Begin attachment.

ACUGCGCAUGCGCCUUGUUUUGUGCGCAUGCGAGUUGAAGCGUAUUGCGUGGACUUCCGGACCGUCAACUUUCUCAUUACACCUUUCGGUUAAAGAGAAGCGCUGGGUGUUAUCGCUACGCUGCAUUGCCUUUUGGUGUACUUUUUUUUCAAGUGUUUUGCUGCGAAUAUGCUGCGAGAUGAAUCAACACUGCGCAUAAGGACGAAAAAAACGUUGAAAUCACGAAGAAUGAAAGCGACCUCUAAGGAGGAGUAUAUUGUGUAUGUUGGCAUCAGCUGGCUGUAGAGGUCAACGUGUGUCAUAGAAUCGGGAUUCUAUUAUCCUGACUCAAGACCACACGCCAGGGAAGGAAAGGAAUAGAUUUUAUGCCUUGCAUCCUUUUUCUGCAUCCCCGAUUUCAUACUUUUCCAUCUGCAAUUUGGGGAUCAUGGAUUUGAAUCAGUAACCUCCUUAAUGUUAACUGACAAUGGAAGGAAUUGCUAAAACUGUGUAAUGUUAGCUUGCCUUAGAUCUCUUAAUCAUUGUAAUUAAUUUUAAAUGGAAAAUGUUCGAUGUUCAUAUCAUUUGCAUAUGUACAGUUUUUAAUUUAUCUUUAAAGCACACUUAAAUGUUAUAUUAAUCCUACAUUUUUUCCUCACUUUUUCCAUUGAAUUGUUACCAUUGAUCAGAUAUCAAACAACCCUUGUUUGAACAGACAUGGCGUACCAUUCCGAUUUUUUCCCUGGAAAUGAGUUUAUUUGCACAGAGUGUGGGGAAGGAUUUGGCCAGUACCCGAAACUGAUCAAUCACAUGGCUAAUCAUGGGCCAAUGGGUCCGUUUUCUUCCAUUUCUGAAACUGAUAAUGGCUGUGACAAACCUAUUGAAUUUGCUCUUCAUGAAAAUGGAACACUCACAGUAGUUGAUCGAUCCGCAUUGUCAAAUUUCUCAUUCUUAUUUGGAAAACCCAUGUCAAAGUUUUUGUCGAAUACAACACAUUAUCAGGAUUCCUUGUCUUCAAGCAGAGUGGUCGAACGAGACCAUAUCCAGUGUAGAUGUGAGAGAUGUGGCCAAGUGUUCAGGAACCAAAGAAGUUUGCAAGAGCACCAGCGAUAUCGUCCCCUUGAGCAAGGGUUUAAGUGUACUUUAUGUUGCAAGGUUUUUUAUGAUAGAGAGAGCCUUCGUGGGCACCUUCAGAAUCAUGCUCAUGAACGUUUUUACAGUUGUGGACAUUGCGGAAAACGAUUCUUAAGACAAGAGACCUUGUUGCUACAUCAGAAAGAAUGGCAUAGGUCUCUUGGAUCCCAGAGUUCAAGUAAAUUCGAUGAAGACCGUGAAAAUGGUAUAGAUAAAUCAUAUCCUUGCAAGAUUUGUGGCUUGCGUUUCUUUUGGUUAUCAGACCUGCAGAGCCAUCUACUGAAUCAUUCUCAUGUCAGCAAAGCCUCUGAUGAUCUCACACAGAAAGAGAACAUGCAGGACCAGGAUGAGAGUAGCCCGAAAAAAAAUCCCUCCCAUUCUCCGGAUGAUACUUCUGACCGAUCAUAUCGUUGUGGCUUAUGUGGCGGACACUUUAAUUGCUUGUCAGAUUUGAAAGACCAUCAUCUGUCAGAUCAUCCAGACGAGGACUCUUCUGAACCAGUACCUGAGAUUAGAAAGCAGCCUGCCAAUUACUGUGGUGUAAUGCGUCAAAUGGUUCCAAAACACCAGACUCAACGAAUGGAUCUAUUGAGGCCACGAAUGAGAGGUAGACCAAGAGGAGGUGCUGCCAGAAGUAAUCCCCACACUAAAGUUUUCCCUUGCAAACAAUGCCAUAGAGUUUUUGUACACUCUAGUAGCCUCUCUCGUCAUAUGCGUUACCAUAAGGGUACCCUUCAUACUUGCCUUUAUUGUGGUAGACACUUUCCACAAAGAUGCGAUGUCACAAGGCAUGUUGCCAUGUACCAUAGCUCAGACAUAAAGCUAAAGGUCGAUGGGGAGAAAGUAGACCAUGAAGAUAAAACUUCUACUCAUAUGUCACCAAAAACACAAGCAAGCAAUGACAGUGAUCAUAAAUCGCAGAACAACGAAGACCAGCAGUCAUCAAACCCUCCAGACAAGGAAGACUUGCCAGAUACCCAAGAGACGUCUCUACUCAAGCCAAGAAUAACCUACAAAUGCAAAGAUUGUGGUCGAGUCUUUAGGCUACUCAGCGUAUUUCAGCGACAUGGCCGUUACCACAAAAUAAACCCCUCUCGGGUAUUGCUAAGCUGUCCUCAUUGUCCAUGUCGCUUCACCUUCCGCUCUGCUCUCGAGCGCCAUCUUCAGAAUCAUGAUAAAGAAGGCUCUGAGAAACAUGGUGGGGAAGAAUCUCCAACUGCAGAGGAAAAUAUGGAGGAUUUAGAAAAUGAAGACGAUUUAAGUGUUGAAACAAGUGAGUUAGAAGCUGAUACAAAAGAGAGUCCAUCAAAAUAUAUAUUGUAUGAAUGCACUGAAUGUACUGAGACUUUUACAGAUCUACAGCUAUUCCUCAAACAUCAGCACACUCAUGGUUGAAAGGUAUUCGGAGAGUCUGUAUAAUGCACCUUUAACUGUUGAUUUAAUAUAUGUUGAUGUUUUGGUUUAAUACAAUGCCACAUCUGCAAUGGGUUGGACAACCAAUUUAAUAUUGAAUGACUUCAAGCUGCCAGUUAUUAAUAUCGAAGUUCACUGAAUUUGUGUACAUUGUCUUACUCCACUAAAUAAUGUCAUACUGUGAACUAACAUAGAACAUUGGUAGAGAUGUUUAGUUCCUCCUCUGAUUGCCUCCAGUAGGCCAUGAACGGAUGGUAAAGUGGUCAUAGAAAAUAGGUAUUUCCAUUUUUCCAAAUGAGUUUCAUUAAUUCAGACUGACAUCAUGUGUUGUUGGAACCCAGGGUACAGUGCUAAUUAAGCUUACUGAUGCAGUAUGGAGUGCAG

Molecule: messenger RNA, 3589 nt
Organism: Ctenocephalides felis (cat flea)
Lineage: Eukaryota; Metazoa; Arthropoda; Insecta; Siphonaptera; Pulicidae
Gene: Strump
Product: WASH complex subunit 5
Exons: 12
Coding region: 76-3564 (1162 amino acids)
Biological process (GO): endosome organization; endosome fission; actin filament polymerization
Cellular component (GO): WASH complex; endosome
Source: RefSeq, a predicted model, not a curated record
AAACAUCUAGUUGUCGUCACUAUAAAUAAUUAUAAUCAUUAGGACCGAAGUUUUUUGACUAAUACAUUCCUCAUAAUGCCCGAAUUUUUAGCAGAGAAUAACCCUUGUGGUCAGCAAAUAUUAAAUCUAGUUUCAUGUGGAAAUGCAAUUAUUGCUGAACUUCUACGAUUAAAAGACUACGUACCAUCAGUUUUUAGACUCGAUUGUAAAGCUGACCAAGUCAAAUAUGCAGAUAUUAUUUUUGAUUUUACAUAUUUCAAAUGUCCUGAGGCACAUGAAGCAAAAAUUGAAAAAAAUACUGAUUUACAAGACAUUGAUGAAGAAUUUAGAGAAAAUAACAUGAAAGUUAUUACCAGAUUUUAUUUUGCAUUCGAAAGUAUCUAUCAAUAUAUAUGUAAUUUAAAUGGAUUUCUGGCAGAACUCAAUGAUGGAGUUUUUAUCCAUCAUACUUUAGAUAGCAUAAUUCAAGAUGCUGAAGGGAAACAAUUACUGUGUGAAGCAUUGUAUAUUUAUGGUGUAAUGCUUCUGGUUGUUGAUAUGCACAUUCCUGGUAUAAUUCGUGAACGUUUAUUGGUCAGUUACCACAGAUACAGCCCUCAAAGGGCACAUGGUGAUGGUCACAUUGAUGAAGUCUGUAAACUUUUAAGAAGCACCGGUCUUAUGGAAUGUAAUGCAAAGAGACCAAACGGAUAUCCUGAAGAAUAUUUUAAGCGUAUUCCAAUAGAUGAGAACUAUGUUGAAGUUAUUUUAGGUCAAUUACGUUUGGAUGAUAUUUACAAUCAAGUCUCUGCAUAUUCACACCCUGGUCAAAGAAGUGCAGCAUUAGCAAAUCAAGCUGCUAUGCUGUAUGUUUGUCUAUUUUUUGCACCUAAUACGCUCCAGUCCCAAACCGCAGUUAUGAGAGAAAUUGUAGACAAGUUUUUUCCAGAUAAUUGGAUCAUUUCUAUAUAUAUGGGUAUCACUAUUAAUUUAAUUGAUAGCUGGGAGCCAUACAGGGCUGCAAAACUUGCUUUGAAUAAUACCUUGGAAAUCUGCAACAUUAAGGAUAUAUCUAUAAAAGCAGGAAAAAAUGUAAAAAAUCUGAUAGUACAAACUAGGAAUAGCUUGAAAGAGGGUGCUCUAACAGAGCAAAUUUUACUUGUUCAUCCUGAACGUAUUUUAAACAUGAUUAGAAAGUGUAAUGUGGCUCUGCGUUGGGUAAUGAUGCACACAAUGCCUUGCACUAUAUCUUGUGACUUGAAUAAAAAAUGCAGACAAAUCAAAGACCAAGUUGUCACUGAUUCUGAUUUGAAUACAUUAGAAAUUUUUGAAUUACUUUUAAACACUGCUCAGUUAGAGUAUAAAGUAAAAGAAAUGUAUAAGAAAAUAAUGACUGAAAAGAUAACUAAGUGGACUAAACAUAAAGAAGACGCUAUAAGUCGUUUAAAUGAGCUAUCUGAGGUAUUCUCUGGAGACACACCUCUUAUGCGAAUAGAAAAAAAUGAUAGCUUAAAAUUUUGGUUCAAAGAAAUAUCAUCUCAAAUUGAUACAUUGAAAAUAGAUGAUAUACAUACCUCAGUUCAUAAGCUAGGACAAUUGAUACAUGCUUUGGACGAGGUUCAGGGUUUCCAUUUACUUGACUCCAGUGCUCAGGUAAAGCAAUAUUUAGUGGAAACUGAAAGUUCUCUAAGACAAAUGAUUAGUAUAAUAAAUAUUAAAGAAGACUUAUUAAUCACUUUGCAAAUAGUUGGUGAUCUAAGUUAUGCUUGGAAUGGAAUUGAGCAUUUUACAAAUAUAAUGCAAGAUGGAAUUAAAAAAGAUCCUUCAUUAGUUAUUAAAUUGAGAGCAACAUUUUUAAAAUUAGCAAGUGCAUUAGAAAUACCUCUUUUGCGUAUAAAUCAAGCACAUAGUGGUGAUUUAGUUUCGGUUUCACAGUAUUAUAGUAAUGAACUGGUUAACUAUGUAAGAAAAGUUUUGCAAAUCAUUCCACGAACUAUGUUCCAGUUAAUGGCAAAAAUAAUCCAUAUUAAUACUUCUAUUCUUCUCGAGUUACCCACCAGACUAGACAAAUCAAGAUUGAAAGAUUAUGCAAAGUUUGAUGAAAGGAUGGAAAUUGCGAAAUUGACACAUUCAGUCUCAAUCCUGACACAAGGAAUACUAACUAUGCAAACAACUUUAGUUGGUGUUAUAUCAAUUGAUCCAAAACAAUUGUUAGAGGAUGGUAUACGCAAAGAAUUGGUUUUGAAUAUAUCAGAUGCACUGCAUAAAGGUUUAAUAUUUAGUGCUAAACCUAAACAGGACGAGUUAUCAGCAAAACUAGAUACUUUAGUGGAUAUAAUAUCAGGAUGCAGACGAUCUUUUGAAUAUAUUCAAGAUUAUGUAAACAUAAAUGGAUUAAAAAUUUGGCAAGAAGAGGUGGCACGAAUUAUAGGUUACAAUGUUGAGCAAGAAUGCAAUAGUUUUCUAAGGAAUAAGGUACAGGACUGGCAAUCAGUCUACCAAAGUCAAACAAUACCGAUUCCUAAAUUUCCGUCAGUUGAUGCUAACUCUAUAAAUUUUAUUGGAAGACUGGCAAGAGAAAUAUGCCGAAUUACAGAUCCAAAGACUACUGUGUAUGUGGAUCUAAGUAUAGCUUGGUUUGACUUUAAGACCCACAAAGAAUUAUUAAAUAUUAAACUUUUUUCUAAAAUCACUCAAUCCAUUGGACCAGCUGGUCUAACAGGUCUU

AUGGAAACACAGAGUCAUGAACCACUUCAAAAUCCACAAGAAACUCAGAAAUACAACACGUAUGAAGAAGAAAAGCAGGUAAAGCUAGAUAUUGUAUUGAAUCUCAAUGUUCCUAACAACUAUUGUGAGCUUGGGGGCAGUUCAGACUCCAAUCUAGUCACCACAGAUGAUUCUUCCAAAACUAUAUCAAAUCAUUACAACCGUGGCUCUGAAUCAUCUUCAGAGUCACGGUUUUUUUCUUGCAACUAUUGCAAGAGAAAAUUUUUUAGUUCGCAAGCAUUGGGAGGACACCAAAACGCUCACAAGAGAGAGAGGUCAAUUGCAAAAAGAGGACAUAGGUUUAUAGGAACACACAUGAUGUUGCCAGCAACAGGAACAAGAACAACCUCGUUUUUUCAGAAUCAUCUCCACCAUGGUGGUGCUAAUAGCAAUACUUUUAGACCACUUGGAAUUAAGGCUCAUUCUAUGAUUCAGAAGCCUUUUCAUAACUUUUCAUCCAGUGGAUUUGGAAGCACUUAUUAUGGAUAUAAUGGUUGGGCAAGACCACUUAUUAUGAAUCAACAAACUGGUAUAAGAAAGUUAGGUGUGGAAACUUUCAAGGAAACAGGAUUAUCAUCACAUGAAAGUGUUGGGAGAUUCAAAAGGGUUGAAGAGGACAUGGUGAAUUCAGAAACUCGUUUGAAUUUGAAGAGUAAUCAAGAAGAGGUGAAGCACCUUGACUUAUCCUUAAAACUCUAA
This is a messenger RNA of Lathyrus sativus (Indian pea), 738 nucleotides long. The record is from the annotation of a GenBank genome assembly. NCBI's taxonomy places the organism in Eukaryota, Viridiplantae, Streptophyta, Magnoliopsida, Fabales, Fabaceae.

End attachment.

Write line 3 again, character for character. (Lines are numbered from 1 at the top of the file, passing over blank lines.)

Organism: Ctenocephalides felis (cat flea)